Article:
To Chris
With love
You taught me the meaning of perseverance.
Chapter One
Katie, Long Island, New York
The day had gone exceptionally well. Thedecorating assignment I’d been working on for the last five monthshad finally come to completion and my client was delighted with theoutcome.
Driftwood, Carly’s Long Island cottage,turned out to be one of the best decorating jobs I have evercompleted. I was extremely happy about that. Carly was such a niceperson and over the five months I worked on the assignment webecame good friends. Elegant Interiors Magazine was featuringDriftwood in their next issue. It was going to be the first timeone of my interior designs was going to appear in the prestigiousmagazine. That would definitely serve as a boost to my alreadylucrative career. I was in the mood to celebrate.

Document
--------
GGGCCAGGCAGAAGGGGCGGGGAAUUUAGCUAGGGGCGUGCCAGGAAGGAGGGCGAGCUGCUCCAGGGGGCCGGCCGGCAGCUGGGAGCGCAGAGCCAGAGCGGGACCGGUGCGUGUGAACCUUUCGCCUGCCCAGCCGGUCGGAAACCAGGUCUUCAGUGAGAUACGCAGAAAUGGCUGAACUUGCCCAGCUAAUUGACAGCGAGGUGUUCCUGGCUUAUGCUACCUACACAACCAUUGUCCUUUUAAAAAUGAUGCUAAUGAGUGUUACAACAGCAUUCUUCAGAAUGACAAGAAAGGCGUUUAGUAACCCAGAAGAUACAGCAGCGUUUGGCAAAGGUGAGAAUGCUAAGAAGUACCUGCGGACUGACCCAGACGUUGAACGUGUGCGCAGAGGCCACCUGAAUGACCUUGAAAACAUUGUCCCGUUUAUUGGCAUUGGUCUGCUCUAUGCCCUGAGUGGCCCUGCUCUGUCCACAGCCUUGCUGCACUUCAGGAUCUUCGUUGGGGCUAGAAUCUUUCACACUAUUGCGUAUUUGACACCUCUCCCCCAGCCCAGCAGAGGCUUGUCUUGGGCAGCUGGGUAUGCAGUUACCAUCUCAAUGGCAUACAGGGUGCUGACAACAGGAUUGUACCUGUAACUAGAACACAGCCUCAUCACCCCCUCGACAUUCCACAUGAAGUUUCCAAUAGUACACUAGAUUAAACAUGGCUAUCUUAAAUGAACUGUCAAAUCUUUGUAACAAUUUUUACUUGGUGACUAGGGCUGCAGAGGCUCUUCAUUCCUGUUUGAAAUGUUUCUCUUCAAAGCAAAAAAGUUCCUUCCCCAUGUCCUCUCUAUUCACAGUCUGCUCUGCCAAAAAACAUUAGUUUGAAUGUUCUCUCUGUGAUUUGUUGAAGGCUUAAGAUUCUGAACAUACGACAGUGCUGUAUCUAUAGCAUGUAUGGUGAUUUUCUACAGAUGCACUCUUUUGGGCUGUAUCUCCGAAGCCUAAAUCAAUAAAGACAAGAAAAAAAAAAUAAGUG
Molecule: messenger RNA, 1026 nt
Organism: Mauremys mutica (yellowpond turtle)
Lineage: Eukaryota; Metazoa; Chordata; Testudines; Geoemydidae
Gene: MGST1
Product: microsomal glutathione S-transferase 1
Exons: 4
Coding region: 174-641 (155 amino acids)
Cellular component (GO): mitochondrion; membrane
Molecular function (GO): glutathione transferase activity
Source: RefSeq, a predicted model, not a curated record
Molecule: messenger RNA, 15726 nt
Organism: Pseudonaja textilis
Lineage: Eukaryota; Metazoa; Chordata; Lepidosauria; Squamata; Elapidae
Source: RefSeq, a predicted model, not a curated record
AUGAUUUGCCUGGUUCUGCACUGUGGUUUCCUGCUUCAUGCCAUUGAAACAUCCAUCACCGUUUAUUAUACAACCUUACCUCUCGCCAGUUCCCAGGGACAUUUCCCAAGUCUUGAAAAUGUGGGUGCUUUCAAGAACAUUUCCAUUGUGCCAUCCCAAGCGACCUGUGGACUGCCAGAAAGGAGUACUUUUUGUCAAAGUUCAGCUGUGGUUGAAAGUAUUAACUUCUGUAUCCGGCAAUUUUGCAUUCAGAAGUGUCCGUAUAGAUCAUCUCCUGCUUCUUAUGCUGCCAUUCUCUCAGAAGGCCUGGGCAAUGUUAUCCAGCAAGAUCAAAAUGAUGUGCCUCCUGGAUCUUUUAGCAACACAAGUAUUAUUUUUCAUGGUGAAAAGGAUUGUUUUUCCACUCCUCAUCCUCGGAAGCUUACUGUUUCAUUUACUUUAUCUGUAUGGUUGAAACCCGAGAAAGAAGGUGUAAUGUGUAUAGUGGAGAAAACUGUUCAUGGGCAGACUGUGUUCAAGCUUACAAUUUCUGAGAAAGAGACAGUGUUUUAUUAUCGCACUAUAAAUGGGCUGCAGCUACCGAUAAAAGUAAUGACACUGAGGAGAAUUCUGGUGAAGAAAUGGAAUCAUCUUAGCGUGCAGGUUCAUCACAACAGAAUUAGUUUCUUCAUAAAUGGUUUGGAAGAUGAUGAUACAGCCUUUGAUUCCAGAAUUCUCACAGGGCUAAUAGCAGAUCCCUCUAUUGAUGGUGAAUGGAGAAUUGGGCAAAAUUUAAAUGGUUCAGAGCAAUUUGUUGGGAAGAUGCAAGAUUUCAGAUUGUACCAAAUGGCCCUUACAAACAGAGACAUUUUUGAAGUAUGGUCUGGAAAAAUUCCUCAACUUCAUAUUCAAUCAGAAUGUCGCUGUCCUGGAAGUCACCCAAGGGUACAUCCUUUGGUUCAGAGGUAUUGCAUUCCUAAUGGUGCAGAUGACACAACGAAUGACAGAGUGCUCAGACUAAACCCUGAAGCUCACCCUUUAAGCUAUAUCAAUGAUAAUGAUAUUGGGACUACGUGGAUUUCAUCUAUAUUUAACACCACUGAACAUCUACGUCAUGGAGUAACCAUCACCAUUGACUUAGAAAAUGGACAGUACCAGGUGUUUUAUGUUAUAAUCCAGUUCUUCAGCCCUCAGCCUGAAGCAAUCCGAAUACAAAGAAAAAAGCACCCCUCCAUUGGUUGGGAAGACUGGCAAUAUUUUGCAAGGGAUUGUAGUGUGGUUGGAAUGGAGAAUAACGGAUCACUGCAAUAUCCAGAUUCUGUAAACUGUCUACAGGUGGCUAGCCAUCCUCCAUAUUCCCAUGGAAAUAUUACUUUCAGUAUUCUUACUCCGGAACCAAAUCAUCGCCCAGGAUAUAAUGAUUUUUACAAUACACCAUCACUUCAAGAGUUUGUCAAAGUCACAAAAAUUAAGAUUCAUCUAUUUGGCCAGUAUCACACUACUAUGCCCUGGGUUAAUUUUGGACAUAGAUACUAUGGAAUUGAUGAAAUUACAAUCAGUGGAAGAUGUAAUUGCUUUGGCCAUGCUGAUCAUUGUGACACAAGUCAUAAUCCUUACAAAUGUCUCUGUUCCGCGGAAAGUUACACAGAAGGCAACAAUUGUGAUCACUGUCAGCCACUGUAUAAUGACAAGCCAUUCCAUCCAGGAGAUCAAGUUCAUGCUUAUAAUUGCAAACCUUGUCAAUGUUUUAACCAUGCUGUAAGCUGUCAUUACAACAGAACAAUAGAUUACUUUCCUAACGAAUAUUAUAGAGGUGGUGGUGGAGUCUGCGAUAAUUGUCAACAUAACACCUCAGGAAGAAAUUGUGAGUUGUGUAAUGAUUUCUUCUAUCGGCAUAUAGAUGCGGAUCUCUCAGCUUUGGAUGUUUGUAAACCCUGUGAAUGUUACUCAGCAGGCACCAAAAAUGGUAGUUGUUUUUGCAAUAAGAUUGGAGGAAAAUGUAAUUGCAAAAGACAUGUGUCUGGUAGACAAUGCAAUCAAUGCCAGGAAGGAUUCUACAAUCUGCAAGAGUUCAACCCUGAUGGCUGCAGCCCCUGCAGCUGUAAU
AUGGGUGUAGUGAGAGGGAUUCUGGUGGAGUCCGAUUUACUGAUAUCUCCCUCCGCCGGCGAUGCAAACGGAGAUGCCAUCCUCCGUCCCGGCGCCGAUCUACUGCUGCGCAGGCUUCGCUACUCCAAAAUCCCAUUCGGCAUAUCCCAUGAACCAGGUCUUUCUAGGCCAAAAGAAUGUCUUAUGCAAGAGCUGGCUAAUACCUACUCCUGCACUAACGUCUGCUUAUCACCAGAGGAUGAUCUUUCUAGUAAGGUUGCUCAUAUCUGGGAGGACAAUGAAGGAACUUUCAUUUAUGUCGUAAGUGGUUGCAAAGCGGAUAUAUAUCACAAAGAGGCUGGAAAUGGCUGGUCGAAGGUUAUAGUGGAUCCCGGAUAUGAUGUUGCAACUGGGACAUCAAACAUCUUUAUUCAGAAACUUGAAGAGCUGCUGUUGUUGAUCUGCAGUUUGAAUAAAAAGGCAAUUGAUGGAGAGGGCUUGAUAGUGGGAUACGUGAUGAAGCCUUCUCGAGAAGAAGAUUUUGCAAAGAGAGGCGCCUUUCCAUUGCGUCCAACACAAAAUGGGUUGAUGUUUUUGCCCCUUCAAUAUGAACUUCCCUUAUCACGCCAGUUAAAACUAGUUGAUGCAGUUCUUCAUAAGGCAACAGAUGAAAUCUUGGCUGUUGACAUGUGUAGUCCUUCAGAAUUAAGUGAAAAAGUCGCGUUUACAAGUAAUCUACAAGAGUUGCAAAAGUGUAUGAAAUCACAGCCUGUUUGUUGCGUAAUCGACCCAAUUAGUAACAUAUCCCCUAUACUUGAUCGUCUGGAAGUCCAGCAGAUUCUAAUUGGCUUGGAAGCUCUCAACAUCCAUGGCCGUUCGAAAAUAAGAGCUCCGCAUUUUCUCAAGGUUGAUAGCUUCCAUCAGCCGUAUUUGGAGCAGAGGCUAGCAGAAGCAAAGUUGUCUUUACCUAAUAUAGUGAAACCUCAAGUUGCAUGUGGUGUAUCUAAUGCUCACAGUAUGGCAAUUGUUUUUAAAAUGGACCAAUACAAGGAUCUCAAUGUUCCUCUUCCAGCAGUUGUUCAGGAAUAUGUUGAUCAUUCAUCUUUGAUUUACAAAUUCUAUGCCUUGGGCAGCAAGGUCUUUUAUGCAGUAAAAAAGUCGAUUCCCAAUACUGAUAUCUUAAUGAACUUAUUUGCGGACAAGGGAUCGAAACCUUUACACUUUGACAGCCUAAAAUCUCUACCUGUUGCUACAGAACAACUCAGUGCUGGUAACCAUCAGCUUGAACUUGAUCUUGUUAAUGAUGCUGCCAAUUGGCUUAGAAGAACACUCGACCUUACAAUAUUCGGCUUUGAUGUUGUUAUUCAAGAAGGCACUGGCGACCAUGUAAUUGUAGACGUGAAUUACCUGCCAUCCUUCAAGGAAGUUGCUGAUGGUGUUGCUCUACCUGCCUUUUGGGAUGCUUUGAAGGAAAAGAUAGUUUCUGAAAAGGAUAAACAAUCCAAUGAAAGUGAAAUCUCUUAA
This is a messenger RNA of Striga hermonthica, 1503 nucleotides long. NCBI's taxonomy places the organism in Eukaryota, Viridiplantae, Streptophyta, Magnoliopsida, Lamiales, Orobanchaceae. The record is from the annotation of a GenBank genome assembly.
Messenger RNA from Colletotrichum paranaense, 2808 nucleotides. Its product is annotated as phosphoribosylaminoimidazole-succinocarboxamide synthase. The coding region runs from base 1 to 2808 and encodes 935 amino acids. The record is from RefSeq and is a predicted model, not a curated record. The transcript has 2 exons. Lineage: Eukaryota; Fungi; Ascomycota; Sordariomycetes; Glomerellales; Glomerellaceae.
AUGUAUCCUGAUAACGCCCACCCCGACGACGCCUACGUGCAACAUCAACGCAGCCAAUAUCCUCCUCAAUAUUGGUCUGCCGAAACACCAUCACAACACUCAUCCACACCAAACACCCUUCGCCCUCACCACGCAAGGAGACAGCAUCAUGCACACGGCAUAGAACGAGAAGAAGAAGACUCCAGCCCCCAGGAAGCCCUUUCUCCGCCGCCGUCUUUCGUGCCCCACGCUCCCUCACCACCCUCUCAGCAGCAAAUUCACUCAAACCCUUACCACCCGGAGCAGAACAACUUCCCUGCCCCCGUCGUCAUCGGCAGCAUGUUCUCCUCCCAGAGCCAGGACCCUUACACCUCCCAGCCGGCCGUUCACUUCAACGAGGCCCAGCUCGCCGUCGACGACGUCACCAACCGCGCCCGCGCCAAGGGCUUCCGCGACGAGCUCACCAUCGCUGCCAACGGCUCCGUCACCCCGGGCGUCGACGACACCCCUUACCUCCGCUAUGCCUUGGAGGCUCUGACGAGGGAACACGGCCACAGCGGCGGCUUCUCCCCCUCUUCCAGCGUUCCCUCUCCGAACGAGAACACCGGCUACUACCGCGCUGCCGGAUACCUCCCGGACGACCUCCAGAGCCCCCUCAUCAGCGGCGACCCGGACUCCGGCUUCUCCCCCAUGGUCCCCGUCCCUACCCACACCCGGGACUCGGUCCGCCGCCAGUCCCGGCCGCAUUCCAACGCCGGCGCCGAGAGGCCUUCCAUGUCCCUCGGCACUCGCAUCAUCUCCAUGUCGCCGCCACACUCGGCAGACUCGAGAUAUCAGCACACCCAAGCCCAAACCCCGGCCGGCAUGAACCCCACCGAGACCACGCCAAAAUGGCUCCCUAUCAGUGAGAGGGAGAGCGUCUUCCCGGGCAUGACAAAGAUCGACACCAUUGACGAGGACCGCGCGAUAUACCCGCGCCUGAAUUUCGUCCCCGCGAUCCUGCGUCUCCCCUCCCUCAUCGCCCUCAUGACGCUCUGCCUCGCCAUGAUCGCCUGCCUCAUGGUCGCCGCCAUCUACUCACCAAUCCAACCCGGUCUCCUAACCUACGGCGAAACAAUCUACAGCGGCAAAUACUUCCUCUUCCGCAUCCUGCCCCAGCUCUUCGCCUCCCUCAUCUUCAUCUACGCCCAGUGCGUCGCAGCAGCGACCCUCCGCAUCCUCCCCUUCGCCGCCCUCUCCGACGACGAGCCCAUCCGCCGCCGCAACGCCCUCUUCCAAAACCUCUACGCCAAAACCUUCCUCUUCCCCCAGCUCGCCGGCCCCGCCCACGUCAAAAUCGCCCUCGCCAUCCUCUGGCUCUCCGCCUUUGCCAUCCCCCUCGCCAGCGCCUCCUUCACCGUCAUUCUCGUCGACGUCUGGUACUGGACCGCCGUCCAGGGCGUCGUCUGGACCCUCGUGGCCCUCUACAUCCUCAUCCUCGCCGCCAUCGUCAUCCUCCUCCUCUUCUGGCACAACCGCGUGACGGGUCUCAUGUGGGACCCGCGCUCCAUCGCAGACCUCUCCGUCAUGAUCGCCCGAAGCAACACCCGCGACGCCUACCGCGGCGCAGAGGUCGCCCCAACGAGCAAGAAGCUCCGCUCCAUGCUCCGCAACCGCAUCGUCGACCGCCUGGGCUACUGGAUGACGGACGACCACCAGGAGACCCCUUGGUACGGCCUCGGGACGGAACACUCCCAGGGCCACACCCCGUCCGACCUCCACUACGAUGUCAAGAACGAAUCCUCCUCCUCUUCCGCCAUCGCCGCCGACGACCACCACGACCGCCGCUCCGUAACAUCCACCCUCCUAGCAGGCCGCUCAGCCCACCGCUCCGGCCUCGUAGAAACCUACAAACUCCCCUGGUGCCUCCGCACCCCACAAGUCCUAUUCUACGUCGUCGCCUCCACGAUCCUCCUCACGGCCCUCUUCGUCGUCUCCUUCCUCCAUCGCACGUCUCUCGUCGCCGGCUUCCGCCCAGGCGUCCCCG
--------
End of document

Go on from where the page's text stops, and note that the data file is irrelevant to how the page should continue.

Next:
With that assignment complete, I planned totake several weeks off and travel to Bermuda with Craig for somewell-deserved rest, relaxation, and perhaps, some romance. Lying ona beautiful beach with my toes in the sand while sipping a pinacolada seemed like the perfect payoff for the months of hard work Ihad put into the assignment. I couldn’t wait to get home and Carlyhad thoughtfully arranged for her chauffeur to drive me there. Isat back in the limo and enjoyed the ride, admiring the beautifullandscape along the Long Island coastline. A bit later, once itcame into view, I marveled at the sheer magnitude of the New YorkCity skyline off in the distance.